I. The Pre-History of Flight

 

As both dream and desire, the occupation of the air — flight — possesses universal, archetypal significance. At virtually every time and in nearly every place in human history, cultures across the globe have endowed flying with symbolic, metaphorical, and mystical meanings. Today, in Europe, the USA, and throughout the Western world, the myth of Icarus is regarded as the touchstone in understanding the “meaning of flight.” A symbol and statement of the power of personal liberation (and its tragic cost), Icarus dominates Western consciousness and the popular culture. But the “Icarus myth” is itself a myth (and a relatively recent one at that). By way of describing the evolution of the modern “idea of flight” our first “Destination” takes us from the temperate isles of ancient Greece to the frozen steppes of medieval Russia (with several stops in between). Thereafter, we examine the first systematic (and scientific) attempts to come to terms with the nature of the heavens in the cosmology of pre-Socratic philosophers. Our investigation then turns to to the fanciful flying devices imagined by a Renaissance genius before culminating in a description of humankind’s first physical occupation of the heavens via the lighter-than-air craft contrived by two eighteenth-century French paper makers –and the showmen and charlatans who profited in their wake.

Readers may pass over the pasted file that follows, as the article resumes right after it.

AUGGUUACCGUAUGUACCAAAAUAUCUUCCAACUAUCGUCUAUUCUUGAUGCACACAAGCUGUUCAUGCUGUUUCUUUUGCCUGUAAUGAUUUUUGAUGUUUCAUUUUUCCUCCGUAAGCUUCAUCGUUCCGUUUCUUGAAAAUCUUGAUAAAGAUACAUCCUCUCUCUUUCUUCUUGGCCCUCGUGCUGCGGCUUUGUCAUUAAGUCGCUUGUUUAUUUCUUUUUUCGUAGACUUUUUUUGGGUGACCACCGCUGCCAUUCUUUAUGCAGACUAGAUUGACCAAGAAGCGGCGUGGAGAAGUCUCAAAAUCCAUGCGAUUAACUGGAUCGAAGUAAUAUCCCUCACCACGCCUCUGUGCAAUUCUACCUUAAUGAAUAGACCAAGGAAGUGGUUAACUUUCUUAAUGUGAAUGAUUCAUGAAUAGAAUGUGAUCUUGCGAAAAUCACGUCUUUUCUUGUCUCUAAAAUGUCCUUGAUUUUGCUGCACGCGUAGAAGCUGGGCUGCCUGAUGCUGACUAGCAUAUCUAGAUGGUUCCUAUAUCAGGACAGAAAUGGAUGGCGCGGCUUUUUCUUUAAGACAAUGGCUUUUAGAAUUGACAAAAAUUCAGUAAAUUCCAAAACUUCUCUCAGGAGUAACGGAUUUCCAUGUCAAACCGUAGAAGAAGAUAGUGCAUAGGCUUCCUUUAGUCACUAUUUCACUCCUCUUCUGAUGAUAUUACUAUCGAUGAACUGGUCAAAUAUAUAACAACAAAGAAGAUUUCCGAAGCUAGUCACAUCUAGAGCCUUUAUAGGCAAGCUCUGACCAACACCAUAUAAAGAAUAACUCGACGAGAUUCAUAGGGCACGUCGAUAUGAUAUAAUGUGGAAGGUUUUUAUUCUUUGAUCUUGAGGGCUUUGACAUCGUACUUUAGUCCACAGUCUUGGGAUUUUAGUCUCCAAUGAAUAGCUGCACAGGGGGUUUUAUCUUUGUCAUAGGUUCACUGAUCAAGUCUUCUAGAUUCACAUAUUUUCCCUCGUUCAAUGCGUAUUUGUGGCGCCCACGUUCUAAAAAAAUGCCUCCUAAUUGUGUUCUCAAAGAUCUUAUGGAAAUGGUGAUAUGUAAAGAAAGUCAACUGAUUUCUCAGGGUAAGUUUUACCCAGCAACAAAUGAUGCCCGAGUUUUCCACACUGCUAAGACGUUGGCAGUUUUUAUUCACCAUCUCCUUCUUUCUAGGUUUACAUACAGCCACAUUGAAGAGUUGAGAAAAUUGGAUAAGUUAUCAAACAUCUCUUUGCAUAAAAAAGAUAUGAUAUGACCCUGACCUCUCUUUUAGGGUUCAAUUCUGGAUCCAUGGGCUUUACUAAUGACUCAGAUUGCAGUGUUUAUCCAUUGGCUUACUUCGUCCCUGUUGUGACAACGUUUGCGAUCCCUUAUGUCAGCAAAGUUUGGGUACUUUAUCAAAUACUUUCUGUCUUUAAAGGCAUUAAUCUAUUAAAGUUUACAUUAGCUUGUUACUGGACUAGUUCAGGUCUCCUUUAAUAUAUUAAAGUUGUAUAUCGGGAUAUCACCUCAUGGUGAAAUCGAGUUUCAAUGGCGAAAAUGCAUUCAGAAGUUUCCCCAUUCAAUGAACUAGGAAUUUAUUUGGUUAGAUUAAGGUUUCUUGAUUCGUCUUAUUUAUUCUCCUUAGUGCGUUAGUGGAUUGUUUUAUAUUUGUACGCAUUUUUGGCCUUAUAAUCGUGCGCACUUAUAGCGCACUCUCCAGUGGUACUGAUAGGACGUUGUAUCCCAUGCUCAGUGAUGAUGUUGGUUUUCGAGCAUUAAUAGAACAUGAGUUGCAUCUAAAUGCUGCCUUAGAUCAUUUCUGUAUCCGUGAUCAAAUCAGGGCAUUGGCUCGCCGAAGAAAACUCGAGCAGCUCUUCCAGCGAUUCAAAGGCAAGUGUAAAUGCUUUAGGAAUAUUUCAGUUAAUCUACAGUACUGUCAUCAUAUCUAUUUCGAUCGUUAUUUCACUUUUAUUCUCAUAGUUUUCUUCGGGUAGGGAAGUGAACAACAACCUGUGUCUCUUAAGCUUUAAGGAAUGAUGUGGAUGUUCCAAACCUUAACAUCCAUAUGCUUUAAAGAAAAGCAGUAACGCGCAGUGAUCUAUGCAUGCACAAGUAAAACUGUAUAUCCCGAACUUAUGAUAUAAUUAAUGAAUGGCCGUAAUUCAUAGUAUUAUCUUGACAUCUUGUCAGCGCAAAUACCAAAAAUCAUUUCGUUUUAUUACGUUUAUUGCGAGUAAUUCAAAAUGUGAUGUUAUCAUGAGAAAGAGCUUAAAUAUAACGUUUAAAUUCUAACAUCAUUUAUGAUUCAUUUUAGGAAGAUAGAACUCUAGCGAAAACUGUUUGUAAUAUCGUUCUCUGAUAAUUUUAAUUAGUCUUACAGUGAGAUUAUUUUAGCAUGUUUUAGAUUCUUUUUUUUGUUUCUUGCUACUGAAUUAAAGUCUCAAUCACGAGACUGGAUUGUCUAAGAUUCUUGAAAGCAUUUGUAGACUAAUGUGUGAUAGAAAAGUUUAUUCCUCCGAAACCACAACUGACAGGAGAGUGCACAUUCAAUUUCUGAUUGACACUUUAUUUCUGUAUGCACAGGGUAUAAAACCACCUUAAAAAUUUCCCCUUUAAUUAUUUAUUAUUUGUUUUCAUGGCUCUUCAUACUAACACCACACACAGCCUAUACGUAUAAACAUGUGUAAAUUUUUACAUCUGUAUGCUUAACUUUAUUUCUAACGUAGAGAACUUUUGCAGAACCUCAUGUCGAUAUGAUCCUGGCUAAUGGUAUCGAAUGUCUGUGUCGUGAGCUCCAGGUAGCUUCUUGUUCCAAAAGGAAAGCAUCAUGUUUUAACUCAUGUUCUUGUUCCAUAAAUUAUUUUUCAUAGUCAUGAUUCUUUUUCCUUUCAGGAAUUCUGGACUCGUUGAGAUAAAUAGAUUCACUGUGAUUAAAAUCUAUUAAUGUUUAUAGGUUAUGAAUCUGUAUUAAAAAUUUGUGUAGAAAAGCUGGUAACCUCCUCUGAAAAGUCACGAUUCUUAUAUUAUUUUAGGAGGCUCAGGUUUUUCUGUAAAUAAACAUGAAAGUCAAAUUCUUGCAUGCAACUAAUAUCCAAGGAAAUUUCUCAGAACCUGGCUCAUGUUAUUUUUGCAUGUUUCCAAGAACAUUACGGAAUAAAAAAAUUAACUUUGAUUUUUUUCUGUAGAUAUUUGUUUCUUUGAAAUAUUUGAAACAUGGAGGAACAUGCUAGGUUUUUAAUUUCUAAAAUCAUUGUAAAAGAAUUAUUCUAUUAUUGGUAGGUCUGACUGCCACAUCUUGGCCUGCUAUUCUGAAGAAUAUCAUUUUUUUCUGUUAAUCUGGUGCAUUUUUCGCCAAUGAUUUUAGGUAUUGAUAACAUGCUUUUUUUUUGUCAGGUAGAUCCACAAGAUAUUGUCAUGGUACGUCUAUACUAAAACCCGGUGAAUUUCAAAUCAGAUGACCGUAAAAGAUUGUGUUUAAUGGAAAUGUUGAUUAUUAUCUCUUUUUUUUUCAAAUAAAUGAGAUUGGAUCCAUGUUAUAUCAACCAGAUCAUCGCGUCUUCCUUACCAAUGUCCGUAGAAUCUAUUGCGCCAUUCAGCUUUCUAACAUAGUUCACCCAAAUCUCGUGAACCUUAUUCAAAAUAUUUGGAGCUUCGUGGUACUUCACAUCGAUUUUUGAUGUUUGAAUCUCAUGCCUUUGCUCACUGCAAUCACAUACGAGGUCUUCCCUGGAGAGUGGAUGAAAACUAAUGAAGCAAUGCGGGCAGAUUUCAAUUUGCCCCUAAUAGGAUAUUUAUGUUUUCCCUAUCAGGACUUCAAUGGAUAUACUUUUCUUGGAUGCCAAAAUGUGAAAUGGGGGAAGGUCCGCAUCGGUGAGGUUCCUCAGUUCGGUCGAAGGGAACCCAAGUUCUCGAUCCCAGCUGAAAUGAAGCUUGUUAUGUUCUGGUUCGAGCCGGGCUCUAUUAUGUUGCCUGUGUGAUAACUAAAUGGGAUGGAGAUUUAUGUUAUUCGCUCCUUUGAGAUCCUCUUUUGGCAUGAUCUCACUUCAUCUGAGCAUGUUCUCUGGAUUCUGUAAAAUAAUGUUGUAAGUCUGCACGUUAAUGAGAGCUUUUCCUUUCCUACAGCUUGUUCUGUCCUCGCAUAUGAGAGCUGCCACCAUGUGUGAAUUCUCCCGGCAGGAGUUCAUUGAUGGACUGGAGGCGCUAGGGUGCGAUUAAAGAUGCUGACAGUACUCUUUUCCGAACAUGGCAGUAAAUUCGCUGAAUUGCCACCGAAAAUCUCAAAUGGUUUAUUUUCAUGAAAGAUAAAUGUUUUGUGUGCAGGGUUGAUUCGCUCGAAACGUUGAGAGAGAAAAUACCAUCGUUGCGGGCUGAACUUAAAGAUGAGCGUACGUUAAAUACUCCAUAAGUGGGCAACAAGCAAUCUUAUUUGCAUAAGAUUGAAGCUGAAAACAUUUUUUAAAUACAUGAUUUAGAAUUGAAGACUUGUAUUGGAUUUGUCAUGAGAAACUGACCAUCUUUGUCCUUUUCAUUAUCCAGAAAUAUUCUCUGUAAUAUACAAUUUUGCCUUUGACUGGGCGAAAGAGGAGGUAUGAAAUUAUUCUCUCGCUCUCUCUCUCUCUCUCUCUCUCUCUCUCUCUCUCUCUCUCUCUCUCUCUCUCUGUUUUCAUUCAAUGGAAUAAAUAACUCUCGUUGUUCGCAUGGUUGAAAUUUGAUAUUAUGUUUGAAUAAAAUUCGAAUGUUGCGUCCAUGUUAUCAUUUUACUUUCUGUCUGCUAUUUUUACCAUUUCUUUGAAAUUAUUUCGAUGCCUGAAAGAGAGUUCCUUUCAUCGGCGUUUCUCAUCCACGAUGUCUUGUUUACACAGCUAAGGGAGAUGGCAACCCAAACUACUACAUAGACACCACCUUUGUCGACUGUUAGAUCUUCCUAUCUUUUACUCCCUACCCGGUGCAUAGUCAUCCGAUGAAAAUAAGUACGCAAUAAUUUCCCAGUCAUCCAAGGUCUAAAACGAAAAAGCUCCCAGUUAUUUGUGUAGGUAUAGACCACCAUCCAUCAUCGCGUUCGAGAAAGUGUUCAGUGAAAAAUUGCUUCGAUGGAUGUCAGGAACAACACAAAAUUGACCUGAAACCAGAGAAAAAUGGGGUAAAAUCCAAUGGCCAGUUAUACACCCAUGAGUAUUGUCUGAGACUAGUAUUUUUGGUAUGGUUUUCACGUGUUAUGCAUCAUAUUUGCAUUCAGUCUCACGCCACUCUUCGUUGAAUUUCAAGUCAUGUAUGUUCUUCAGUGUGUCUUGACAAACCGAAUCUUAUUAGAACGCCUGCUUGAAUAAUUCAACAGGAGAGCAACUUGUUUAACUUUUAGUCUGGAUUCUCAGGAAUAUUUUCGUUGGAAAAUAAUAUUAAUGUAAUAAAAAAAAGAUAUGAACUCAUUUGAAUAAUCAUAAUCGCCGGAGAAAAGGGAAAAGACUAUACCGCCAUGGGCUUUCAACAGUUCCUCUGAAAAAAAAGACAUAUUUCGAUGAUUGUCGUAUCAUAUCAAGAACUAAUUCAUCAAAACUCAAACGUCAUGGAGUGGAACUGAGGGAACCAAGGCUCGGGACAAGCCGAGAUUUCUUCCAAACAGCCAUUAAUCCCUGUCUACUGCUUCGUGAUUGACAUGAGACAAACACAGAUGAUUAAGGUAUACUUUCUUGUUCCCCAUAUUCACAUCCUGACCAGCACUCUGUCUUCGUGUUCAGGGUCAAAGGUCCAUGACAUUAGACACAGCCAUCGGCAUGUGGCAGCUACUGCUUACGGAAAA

Key Terms:
• Bellerophon
• Daedalus
• Icarus
• The “Russian Icarus”
• Pseudo-Dionysius the Aeropagite
• Simon Magus
• Aristotelian Physics
• Ornithopter
• Montgolfier Brothers
• Jean François Pilâtre de Rozier
• Jacques Alexandre Cesar Charles
• Sophie Blanchard
 
Readings, Browsings, & Viewings: (each opens in a new window)
Icarus imagery in contemporary music (browse)
W. H. Auden,  “Musée des Beaux Arts” (Poem, 1938)
• William Carlos Williams, “Landscape with the Fall of Icarus” (Poem, 1960)
 
Image Gallery: